To understand the appeal of Etruscan Revival jewelry, you have to understand the appeal of the original Etruscan jewelry unearthed in tombs just outside Rome in the early 1800s. Intricately wrought golden earrings and necklaces were meticulously ornamented with tiny gold beads and twisted wires densely applied to the surface. Nobody had seen gold worked like that since the mysterious Etruscans had carefully buried the treasures with their dead.
The science of archeology was just beginning to fire the imagination of the world and discoveries were gleefully copied. By the middle of the century Egyptian and Renaissance revival jewelry was joined by the classical Greek and Etruscan styles. The secret to that fascinating granulation found on the Etruscan hoards was claimed to have been discovered by Fortunato Pio Castellani and he produced many replicas of archeological treasure finds using ancient techniques. His son, Augusto, continued his father’s tradition and added to the techniques with engraving and chasing, producing golden pieces with both matte and shiny surfacing detailed with corded wire, filigree, and granulation as well as Greek and Roman coins. The style spread through Europe and many famous jewelers used it to produce the elaborate jewelry the Victorians demanded.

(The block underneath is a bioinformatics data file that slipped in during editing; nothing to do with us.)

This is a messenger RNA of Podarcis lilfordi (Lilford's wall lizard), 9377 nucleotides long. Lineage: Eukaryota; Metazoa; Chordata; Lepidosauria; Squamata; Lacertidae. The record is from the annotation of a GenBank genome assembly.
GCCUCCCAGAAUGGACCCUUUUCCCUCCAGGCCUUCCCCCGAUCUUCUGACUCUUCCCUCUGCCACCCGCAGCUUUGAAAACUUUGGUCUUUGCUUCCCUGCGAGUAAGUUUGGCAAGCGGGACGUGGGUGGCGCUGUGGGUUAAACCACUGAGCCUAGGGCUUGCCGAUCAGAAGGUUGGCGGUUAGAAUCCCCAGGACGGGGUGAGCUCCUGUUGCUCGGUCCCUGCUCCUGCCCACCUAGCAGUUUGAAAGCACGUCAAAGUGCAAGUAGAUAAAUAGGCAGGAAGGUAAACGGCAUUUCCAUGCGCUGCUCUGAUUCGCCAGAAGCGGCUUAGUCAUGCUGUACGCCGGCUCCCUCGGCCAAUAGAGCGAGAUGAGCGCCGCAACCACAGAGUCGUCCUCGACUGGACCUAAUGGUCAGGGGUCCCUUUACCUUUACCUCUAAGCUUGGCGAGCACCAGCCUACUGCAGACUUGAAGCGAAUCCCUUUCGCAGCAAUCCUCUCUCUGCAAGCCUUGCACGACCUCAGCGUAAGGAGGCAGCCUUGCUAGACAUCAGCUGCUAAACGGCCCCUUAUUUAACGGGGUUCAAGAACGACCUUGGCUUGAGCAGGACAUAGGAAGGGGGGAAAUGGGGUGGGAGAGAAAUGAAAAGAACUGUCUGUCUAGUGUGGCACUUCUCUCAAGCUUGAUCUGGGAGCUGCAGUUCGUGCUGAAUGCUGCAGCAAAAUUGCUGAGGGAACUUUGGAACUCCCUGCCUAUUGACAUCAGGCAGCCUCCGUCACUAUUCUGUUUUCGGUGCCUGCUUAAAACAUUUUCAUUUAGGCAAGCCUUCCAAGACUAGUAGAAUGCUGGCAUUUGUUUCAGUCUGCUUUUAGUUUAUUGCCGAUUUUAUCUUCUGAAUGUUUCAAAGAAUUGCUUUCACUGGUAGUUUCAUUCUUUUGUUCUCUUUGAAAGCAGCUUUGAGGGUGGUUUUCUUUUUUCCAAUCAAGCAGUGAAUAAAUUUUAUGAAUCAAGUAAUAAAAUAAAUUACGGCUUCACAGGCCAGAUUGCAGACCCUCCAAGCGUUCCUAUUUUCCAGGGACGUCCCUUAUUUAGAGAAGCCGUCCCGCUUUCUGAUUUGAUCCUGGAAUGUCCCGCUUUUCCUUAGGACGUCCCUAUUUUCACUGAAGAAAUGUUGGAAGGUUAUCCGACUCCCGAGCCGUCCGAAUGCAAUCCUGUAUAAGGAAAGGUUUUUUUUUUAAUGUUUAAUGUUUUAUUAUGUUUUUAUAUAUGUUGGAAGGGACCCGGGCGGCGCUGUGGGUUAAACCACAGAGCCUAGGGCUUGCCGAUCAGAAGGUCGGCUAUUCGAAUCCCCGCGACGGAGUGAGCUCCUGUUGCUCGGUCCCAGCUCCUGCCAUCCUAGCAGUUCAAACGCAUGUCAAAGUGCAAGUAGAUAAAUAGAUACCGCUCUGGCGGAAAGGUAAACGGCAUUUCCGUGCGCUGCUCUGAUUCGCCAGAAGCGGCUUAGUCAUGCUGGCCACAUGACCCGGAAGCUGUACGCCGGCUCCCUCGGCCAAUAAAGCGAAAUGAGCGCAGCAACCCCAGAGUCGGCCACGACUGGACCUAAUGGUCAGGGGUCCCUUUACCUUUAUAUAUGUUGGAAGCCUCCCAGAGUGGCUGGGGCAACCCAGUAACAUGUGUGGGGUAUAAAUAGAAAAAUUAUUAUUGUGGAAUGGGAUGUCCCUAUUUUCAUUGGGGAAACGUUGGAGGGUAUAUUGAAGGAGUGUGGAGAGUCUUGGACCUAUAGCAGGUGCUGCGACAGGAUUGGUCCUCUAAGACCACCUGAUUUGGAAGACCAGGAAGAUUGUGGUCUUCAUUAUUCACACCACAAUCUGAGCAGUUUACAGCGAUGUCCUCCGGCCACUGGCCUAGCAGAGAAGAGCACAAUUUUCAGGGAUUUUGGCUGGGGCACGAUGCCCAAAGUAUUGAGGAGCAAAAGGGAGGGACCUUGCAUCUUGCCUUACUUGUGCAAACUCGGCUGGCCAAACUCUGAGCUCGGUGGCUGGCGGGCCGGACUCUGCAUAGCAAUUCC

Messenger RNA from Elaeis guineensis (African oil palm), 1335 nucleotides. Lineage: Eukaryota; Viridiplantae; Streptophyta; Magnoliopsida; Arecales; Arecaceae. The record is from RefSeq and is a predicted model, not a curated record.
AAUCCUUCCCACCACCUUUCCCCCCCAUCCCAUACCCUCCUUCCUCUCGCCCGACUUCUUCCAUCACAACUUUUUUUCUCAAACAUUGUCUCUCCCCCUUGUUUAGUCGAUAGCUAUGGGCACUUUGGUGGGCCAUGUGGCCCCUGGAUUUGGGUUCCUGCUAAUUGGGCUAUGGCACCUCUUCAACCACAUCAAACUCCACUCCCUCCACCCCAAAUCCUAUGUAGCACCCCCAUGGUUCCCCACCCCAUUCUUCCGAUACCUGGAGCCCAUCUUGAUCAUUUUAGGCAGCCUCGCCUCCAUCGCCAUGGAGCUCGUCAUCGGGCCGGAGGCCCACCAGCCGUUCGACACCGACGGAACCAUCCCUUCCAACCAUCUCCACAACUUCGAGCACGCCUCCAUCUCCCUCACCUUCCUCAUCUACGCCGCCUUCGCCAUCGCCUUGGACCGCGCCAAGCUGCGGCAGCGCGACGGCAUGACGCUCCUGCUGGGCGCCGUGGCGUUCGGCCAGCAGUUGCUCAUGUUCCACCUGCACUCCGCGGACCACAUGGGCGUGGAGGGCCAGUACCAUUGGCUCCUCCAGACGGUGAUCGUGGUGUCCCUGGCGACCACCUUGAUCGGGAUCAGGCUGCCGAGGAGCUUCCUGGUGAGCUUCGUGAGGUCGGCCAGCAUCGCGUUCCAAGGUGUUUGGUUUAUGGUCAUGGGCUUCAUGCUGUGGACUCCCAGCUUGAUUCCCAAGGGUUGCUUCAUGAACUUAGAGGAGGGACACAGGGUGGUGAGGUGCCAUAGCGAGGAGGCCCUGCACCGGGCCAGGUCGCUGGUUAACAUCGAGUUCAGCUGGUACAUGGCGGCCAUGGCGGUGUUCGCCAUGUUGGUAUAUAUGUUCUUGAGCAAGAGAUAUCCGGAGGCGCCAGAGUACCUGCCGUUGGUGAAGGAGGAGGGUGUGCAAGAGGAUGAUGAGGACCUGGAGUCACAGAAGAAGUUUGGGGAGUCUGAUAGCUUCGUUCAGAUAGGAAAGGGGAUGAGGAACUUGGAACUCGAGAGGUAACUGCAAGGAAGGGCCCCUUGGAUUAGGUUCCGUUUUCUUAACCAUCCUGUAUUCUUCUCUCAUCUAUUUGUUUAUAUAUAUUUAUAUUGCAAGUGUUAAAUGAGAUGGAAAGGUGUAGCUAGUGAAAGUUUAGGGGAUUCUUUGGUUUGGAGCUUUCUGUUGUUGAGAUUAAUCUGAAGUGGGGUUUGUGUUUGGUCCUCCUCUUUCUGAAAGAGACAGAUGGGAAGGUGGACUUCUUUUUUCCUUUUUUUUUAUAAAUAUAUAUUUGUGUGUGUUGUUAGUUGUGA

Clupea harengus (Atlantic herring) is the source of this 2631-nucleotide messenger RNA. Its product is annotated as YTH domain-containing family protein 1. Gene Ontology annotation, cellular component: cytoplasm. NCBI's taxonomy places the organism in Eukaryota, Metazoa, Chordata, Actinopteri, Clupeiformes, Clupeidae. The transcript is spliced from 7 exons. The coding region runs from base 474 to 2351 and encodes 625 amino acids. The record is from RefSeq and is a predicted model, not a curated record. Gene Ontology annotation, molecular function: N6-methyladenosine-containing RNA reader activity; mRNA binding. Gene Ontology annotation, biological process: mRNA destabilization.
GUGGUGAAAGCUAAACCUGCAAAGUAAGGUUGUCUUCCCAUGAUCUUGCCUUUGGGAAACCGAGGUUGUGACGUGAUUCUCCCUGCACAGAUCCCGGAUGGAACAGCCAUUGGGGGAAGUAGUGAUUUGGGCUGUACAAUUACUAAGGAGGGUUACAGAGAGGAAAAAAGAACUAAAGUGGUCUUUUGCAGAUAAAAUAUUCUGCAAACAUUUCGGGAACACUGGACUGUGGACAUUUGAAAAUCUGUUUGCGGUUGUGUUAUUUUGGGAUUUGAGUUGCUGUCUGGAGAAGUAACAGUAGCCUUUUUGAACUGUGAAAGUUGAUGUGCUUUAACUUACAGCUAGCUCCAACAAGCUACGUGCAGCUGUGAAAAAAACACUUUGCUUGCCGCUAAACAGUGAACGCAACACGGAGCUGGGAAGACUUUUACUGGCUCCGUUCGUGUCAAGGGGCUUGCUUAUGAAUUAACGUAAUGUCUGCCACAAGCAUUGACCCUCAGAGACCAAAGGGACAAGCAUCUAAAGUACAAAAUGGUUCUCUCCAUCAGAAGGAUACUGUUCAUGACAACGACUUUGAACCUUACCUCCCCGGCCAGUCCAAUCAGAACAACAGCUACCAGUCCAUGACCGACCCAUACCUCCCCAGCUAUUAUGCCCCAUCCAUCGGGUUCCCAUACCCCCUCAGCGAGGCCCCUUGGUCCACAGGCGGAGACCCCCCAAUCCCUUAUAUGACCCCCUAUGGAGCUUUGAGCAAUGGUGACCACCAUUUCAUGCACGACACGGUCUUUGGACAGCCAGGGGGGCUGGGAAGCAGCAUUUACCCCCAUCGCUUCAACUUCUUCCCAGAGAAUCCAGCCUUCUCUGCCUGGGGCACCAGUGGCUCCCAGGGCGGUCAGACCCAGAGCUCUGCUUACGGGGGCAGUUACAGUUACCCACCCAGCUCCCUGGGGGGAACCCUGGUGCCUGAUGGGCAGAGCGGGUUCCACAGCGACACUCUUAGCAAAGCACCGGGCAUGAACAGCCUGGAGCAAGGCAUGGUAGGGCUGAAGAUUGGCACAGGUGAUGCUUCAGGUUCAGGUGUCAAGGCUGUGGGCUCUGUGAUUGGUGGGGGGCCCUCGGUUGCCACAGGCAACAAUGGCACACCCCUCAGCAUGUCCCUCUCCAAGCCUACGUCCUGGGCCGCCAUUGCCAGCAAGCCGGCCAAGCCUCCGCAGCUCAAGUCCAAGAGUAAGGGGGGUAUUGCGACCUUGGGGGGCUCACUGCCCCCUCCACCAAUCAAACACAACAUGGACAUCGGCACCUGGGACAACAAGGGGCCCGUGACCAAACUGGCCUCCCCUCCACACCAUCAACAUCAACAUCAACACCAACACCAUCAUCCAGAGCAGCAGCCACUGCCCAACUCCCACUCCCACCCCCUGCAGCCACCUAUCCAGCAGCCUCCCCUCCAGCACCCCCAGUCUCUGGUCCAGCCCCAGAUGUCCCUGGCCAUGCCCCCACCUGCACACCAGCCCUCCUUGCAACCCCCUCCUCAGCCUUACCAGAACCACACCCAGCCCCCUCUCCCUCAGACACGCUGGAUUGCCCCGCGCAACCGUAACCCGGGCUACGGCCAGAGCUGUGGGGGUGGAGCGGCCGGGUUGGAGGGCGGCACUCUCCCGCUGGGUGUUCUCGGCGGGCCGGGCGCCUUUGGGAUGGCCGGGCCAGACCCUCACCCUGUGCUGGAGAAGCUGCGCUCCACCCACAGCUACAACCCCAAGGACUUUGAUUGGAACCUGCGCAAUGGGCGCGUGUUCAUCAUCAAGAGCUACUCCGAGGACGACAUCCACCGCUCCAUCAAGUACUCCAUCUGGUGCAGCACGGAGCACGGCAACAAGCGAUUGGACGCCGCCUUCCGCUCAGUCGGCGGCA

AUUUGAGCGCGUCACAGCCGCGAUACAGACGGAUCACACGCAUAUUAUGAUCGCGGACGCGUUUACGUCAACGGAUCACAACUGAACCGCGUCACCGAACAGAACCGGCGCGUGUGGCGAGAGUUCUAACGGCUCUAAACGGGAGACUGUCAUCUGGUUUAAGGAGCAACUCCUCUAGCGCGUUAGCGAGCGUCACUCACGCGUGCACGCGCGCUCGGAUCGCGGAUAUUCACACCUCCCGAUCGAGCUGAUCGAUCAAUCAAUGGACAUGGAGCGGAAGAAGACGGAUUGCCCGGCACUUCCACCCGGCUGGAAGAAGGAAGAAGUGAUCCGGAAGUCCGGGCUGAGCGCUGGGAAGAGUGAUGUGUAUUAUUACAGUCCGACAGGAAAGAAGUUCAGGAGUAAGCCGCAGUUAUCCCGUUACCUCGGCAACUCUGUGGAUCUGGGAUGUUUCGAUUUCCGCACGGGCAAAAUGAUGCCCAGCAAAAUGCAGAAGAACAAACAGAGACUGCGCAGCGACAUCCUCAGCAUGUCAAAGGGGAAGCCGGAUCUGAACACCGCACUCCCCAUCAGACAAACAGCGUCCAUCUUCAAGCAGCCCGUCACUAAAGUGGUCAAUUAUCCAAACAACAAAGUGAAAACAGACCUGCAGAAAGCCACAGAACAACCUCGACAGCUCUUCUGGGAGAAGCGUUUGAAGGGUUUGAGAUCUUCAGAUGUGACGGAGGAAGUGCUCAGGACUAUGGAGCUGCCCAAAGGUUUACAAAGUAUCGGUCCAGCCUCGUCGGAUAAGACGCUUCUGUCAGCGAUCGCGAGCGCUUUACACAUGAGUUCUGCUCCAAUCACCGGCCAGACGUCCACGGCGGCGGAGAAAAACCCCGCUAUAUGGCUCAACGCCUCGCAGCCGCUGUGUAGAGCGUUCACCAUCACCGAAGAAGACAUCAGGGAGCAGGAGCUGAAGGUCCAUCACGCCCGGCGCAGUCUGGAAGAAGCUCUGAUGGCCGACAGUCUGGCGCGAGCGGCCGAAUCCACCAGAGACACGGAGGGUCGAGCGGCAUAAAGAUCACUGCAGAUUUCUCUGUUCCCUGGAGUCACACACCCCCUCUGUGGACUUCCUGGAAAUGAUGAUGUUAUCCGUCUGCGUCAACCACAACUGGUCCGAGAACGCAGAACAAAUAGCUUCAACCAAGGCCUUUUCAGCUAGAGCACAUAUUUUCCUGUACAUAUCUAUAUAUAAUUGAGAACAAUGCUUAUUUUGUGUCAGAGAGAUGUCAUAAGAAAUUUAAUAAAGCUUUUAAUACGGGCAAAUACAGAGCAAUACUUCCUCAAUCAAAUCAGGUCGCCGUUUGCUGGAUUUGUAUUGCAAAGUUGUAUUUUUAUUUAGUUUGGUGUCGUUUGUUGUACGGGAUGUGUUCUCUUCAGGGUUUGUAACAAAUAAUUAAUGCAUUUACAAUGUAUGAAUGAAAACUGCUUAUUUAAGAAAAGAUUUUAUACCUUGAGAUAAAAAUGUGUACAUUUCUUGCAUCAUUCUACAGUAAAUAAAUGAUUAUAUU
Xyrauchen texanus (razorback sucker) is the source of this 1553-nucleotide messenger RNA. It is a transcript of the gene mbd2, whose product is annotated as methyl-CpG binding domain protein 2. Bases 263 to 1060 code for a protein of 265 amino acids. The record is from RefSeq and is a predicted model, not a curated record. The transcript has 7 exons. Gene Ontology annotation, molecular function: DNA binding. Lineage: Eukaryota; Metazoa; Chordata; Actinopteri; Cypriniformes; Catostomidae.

Victorian Etruscan Revival jewelry took on every form possible, from parures (a complete set of matching pieces) to individual brooches, bracelets, lockets, necklaces, earrings, and more. The Castellani family’s jewelry included intricate micro-mosaics of fantastic designs and were much copied. The industrial age brought mass production of the archeological-styled adornment into reach of the masses and the American Civil War period made the mourning jewelry of Victorian England instantly appealing to the widows and orphans of the States. Classic urns in the Etruscan style adorned lockets with the dear departed’s hair against the grieving heart.
The fad for the elaborate Etruscan look faded, revived a short time in the 1940s, then blossomed with the charm craze in the 1950s. It still can be a popular look, so if you have a mysterious piece of ornately encrusted gold or silver, bring it to a professional jeweler to find out what it is!
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